“The oldest and strongest emotion of mankind is fear, and the oldest and strongest kind of fear is fear of the unknown.”
― H.P. Lovecraft, Supernatural Horror in Literature

Horror filmmakers really seem to love a good doorknob. Their characters always spend a lot of time reaching for one, and once they finally get to it, they love throwing it open to reveal---well, nothing, usually. The killer is always right behind them, after all. So why all the teasing? We know what’s going to happen, don’t we? Sure, sure, it’s about “building suspense”---but why must filmmakers use this same old trick every single time? Or perhaps a better question to ask is: why do we keep falling for it?

Filmmakers know what will scare us: the monster is never as scary as its own unknown possibility. The things that remain unknown, mysterious, and unexplained frighten us because we cannot understand or define them---the difference between horror and reality can be as simple as the revelation of the mystery. Storytellers have used this fear against us for ages---authors like Edgar Allen Poe and H.P. Lovecraft used words and even punctuation [the dash for “jumps” , the ellipsis for suspense...] to generate fear, and filmmakers have a plethora of storytelling devices at their disposal that can be used to scare audiences over and over again. But how do you show the unknown?

Director Sam Raimi’s first movies were comedies: heavy on slapstick, light on the suspense. Soon though, he was studying B-movie drive-in gore fests to help him film a short piece entitled Within the Woods, a prototype film designed to help him secure funds for a larger horror film.

His prototype film worked, and he secured $90,000 for filming. The small budget shows in many ways: amateur actors, some rough editing, spotty effects. But while The Evil Dead was certainly a low-budget affair, Raimi’s storytelling tools remained sharp. Having little resources meant getting creative to get results, and Raimi’s filmmaking was not about to suffer for lack of funds. Raimi knew from his film studies at the drive-in that the scariest part of a movie was the not seeing; keeping the monster unseen doesn’t only save the budget---it builds the tension.

Raimi’s iconic first-person shots from his monster’s perspective helped him achieve both goals, and you can see Raimi putting it into good use right away: his opening shot of the “evil force” drifting over swampy water builds suspense and tension right off the bat because of the mystery it forges. Once our naive weekend vacationers from Michigan finally get to the quintessential “cabin in the woods,” Raimi continues to build tension from what remains unknown. The atmosphere around the cabin is built around the established evil creeping within the woods. The swing on the porch [filmed first at an angle that Raimi liberally stole from Tobe Hooper’s Texas Chain Saw Massacre] bangs mysteriously against the cabin before abruptly stopping as the door is about to be opened---almost as though the cabin itself were alive and waiting. The light hits the dust above a mounted deer head in a way to suggest unease---is something alive here that shouldn’t be? Is this just a cabin, or is it a monster waiting with jaws open to devour our dopey college students? The cabin and the woods seem ominous because of the unknown evil we know is lurking within---the filmmaking is relying just as much on what is shown as on what isn’t.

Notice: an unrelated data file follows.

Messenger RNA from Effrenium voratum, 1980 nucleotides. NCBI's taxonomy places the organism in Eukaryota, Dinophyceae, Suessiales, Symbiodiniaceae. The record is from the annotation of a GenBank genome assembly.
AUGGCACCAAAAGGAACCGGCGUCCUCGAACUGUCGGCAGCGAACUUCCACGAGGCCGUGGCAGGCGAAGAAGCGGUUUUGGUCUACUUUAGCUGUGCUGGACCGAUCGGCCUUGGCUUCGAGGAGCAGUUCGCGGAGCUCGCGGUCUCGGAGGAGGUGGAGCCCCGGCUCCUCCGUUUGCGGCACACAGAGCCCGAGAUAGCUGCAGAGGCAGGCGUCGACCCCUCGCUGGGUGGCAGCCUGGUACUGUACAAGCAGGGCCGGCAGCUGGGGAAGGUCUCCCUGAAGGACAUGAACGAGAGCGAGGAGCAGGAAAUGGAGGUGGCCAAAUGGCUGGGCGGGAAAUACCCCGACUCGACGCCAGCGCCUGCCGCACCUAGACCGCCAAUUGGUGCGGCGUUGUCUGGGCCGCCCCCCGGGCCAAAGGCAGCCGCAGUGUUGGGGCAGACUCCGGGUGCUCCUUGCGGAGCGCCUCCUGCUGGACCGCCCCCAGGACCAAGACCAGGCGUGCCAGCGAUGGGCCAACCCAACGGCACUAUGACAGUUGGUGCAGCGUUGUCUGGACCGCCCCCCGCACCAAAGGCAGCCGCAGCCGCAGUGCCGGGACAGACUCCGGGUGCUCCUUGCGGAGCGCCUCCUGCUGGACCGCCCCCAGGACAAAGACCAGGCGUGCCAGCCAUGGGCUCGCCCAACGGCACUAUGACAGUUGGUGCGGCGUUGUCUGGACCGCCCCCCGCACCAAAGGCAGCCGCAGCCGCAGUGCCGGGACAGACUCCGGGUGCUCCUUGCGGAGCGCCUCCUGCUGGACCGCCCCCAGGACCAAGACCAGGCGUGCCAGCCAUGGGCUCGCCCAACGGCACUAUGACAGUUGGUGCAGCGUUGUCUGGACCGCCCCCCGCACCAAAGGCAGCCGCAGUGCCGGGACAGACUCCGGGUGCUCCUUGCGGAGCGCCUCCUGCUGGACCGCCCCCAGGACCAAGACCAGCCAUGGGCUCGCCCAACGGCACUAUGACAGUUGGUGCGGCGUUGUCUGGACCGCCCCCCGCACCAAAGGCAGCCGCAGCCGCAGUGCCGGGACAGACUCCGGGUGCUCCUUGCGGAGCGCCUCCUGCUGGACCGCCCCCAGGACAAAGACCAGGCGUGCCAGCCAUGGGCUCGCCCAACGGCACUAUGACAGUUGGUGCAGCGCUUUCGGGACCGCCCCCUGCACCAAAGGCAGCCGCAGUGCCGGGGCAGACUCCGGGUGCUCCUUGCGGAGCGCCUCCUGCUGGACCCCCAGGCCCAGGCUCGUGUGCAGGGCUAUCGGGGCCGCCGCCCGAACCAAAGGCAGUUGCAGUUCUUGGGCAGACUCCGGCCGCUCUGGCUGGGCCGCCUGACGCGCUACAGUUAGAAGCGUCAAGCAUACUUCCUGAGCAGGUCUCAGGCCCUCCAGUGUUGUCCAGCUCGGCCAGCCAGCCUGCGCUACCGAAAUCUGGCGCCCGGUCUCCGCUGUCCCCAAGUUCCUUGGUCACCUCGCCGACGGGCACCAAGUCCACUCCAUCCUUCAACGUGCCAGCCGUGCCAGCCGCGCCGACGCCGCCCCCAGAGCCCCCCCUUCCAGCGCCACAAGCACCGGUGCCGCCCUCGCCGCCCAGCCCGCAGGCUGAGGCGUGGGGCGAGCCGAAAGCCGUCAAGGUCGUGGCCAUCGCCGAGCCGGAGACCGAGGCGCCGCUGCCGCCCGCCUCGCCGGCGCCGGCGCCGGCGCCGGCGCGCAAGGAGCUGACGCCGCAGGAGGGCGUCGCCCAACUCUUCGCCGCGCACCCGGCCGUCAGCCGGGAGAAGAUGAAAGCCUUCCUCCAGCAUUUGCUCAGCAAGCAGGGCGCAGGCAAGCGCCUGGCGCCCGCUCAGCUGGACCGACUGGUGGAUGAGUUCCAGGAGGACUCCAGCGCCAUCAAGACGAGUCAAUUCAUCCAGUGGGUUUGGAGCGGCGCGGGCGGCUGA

Raimi is great at building suspense with a low budget, but his true innovation lies in what he does with that budget once the evil finally hits. Sure, the make-up seems kind of iffy: the contact lens the actors wore were cheap and bulging and pretty much forced them to act blindly, and once the vacationers go full “deadite,” their hair miraculously changes into a mismatched wig from a mannequin store. But it’s the camera work and sound that dazzle here.  

Towards the end of the film, kind-of-protagonist Ash is at his wit’s end. He is alone and nearly out of his mind with fear. Raimi uses sound editing and his camera’s frame to delve directly into the character’s perspective. Everything unknown around him becomes a threat. The sound of the ticking clock becomes a crashing crescendo of noise. The camerawork becomes tilted, employing “dutch angles” [which you might remember from the sixties Batman television show---the tilted angles they used when filming the villains] to showcase the psychological turmoil playing out. At one point, a camera shot actually begins behind Ash’s head and upside down, floating over him until upright to create an unsettling feeling of paranoia and unease. Raimi’s use of the camera here completely exploits Ash’s fear and ours: what remains unknown remains dangerous.